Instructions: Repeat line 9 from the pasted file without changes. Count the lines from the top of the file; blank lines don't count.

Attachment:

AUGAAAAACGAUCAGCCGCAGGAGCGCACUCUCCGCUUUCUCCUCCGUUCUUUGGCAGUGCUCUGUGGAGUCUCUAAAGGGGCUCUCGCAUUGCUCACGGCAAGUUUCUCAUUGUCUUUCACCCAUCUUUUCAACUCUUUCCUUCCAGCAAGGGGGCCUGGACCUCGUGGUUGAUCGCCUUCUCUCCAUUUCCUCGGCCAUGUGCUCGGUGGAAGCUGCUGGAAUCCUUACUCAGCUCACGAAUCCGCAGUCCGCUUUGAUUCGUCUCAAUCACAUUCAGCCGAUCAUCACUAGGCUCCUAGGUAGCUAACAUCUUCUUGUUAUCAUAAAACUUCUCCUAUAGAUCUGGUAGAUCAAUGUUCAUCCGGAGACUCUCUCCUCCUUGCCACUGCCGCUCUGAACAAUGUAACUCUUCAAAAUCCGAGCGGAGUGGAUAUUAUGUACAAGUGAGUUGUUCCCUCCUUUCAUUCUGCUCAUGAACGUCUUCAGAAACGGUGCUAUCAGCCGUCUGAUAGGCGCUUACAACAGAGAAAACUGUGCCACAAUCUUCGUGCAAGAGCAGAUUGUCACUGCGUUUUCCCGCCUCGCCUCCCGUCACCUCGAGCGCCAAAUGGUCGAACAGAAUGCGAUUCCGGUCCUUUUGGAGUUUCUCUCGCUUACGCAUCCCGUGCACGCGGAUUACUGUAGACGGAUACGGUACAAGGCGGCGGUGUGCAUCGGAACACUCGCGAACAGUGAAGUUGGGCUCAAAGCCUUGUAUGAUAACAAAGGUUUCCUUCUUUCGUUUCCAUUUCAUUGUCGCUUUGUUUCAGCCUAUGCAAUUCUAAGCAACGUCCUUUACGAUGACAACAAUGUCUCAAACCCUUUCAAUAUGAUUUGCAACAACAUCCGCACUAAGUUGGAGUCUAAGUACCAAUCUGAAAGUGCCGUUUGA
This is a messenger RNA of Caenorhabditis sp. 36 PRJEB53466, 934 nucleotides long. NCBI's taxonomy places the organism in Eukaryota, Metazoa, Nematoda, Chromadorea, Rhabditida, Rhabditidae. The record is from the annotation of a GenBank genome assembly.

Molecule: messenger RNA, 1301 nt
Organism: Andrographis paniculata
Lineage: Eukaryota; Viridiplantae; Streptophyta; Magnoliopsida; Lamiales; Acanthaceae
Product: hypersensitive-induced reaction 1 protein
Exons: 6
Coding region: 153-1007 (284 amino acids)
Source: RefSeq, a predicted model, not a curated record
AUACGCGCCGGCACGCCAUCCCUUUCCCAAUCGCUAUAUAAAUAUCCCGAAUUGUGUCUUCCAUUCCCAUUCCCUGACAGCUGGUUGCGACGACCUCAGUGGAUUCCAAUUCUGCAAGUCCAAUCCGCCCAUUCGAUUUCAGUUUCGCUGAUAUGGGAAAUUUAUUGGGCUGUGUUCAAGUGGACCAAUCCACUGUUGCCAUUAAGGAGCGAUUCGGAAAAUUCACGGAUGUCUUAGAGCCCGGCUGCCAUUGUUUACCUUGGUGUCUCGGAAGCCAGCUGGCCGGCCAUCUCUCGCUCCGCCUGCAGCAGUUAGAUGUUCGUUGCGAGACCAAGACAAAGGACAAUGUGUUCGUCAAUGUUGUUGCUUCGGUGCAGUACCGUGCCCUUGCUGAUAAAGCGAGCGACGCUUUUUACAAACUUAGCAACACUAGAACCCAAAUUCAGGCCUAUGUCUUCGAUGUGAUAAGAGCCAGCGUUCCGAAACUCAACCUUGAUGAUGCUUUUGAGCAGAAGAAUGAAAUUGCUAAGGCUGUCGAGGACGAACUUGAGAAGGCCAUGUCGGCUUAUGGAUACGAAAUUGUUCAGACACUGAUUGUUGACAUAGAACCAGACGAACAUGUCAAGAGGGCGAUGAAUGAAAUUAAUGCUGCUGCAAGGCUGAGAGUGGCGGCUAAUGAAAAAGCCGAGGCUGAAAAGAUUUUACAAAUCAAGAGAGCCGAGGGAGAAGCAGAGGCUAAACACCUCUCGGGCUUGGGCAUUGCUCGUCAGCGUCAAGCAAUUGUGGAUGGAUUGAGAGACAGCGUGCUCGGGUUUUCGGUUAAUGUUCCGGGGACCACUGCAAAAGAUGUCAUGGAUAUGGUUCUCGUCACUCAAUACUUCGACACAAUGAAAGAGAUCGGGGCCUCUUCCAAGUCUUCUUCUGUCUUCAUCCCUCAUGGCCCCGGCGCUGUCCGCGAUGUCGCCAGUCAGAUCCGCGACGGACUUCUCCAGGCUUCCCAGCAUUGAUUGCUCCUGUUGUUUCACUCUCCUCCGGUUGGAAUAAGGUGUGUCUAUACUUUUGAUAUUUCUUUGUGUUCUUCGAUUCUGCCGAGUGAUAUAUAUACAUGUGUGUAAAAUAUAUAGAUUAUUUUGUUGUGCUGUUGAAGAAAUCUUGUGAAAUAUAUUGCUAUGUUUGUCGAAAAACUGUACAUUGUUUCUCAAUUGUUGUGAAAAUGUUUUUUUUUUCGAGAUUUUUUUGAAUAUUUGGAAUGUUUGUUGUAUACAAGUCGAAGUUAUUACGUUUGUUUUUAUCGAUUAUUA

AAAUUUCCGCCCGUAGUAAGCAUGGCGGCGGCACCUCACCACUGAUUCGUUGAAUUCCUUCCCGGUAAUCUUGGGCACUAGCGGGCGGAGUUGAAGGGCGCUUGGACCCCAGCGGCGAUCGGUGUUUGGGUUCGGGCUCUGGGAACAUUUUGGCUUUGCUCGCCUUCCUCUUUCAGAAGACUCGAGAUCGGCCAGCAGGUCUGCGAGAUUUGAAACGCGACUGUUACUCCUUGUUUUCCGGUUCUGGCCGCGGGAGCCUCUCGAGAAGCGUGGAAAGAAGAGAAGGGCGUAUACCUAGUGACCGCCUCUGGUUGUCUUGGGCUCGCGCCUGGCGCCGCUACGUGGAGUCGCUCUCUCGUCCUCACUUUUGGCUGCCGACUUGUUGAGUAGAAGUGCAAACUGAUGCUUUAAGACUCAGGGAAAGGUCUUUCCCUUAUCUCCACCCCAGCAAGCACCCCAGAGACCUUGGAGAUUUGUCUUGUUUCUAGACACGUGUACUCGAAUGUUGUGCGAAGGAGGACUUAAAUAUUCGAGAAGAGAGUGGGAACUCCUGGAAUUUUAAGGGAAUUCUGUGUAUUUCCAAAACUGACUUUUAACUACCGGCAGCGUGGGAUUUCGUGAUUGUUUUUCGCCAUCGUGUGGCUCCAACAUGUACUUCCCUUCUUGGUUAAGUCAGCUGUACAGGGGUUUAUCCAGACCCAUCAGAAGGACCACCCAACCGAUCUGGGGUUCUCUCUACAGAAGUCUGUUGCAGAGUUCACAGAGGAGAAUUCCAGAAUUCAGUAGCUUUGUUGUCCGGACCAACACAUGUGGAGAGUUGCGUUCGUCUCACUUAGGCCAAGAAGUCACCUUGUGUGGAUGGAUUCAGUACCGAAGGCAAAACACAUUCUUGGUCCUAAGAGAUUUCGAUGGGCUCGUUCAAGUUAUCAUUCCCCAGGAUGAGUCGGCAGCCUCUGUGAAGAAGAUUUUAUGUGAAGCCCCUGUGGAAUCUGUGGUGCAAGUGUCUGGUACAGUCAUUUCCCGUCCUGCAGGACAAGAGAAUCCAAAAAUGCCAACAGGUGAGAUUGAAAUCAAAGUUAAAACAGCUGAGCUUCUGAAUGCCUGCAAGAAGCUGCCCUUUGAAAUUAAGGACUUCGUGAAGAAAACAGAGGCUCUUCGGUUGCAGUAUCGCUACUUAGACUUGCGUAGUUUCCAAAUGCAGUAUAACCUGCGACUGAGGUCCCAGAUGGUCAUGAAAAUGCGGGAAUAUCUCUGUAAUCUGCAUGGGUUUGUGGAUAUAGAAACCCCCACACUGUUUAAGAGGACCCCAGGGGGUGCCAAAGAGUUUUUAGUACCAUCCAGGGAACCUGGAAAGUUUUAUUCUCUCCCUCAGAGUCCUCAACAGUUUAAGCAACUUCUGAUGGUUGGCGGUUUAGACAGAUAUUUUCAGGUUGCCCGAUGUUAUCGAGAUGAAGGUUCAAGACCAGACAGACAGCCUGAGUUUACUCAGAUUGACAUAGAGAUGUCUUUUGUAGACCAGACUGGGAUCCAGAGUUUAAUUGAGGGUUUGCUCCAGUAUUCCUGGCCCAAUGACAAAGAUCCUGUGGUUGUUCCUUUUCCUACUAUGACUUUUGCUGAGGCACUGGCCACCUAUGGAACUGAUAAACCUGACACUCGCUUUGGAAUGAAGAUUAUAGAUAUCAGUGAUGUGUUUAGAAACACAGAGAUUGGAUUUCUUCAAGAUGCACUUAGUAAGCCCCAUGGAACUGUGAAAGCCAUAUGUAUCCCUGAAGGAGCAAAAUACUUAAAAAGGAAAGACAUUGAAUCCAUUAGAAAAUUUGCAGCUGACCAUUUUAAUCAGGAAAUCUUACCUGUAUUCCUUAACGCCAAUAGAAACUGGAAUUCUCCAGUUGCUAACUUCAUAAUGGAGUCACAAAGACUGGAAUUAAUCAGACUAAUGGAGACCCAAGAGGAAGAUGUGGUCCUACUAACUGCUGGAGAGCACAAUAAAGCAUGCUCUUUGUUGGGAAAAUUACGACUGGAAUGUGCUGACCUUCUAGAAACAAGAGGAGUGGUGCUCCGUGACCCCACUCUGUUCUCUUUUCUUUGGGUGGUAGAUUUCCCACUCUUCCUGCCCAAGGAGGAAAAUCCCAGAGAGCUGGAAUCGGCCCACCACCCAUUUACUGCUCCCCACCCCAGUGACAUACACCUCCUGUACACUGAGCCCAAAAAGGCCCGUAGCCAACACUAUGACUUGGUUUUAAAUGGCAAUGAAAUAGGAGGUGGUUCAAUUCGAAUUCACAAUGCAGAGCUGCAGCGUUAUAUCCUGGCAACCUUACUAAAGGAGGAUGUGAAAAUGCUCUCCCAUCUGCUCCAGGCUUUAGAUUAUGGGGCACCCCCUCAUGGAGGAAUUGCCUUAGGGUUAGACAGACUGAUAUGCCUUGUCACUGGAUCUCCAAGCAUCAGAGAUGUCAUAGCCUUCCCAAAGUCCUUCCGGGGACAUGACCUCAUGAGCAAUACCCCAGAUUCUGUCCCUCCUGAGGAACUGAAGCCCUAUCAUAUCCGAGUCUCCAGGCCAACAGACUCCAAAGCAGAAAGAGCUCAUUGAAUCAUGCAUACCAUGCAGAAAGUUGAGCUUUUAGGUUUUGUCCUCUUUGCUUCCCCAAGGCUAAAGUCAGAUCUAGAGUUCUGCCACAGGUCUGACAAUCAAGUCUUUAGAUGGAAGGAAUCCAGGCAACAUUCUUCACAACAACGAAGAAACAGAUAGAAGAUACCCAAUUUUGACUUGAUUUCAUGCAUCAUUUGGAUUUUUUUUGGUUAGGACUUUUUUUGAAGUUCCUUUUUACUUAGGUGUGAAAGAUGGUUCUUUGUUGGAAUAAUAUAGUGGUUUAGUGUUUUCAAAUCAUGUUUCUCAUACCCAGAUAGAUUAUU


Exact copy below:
Source: RefSeq, a predicted model, not a curated record